A woman’s nightmare of murder, maiming and mistrust proves to be more than a mere dream, in John Parker’s influential 1953 horror film DEMENTIA.
Foreshadowing the likes of Roman Polanski’s Repulsion (1965), the film comes to Blu-ray and DVD for the first time in the UK, released in a Dual Format Edition by the BFI on 19 October 2020, just ahead of Halloween. An extensive package of extras includes a newly recorded commentary, and an alternative cut of the film, retitled Daughter of Horror (1957) which has added narration by actor Ed McMahon.
Stripped of dialogue and using only sound effects and an unnerving score by George Anthiel (Ballet Mécanique), in DEMENTIA John Parker combines horror, film noir and expressionist methods to depict a mind descending into madness. Shocking audiences upon its original release, the film was initially banned by the New York State Film Board, who deemed it ‘inhuman, indecent, and the quintessence of gruesomeness’.
- Presented in Standard Definition and High Definition
- Newly recorded audio commentary on Dementia by film critic and editor-in-chief of Diabolique magazine, Kat Ellinger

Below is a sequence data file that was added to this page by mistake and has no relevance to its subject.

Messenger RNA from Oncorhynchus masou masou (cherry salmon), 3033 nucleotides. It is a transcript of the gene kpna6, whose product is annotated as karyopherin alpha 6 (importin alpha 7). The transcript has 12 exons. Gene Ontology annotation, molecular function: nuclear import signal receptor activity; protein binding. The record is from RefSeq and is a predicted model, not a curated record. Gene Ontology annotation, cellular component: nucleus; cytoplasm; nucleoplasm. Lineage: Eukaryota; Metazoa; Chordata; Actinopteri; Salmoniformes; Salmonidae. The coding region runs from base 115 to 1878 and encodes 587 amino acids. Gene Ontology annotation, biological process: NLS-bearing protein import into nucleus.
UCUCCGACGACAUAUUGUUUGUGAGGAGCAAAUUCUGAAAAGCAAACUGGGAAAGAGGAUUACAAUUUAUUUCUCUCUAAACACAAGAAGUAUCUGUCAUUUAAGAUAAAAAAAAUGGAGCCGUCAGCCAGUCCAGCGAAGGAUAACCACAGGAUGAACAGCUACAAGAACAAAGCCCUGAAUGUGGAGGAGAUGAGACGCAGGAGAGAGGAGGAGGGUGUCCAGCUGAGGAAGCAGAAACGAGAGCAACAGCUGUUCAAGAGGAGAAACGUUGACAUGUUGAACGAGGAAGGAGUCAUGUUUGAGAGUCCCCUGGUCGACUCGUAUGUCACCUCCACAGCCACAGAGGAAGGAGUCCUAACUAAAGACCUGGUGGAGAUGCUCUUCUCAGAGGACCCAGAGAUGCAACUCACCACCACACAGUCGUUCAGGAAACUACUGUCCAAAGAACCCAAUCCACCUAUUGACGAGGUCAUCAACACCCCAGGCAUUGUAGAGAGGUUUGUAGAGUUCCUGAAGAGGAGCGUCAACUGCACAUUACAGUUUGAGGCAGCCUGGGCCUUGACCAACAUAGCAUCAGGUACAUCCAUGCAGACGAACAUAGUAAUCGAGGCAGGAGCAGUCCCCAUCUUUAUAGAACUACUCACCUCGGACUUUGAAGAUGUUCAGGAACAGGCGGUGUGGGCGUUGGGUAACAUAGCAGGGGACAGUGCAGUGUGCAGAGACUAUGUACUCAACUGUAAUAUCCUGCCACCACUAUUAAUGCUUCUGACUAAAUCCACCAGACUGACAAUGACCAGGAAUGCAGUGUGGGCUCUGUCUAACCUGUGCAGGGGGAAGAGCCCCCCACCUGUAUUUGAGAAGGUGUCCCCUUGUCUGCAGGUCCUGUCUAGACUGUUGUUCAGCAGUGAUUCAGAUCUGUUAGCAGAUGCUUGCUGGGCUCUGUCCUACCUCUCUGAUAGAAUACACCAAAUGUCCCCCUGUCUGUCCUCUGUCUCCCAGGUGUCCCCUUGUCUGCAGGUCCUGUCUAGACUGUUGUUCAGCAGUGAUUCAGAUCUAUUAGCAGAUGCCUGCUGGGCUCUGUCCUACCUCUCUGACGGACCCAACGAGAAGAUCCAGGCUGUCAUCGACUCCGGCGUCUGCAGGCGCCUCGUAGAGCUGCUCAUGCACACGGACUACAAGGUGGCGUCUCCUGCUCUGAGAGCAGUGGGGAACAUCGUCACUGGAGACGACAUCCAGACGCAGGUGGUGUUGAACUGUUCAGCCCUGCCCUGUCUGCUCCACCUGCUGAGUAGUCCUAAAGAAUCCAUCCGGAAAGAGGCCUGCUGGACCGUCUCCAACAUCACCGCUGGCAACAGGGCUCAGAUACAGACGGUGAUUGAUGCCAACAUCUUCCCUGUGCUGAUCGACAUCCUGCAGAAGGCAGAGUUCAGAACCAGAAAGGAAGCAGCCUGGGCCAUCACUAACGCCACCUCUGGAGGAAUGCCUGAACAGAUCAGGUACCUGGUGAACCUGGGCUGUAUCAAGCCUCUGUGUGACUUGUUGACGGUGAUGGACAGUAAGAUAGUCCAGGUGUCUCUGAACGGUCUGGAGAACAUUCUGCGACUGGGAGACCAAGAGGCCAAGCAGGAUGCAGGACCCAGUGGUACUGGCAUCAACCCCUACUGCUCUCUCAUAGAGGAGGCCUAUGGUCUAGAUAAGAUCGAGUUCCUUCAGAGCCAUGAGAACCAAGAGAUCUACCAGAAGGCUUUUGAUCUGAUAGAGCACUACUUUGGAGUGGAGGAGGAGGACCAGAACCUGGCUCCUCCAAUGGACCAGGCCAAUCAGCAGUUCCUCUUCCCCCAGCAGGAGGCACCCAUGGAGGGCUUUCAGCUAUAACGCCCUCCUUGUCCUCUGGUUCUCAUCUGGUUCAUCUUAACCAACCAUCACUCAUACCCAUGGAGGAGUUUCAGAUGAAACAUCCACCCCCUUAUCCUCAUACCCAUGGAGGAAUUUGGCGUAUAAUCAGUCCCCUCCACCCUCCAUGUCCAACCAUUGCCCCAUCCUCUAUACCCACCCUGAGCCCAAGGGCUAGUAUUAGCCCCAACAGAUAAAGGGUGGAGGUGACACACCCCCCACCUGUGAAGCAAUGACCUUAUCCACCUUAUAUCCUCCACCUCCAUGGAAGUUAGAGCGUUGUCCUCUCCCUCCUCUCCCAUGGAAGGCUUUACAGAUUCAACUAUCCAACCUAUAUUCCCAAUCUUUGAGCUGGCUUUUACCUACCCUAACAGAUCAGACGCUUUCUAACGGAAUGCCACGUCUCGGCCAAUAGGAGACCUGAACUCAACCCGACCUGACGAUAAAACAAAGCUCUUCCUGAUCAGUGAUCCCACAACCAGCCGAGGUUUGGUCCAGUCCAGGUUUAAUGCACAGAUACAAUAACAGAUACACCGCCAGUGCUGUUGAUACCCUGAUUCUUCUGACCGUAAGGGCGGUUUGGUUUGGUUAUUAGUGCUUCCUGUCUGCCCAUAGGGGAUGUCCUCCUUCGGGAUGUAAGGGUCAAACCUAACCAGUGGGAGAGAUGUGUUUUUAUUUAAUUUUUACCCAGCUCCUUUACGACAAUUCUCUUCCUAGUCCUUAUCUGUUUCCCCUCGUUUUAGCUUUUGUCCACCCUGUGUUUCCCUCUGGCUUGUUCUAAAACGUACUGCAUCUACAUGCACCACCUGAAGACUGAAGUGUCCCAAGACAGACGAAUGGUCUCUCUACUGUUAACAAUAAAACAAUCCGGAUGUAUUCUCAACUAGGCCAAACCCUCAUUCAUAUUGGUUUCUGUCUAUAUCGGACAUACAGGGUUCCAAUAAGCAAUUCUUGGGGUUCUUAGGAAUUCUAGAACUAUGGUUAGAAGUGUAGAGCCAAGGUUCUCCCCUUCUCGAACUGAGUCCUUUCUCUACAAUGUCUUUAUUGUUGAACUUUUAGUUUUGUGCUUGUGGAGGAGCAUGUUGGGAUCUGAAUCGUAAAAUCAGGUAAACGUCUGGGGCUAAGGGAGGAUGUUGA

- Daughter of Horror (1957, 55 mins): after being picked up by producer Jack H Harris, Dementia was re-released as Daughter of Horror. Whilst also featuring music without dialogue, Harris made a number of edits and added narration by actor Ed McMahon
- Alone with the Monsters (1958, 16 mins): a study of people’s unconscious cruelty to others, this bold experimental film was directed by Nazli Nour with cinematography by the great Walter Lassally
- Trailers From Hell: Joe Dante on Daughter of Horror (1957/2013, 2 mins)
- Before & After: Restoring Dementia (2020, 3 mins): a series of short clips from Dementia that illustrate the work done by the Cohen Film Collection for their 2015 restoration
- Dementia trailer (2015)
- Daughter of Horror trailer (1957)
- Stills and publicity gallery
- ***FIRST PRESSING ONLY*** illustrated booklet with new essays by Ian Schultz, William Fowler and Vic Pratt
USA / 1953 / black and white / 56 mins (+ extras) / optional hard-of-hearing subtitles / original aspect ratio 1.37:1 // BD50: 1080p, 24fps, PCM 2.0 dual mono audio (48kHz/24-bit) / DVD9: PAL, 25fps, Dolby Digital 2.0 mono audio (320kbps).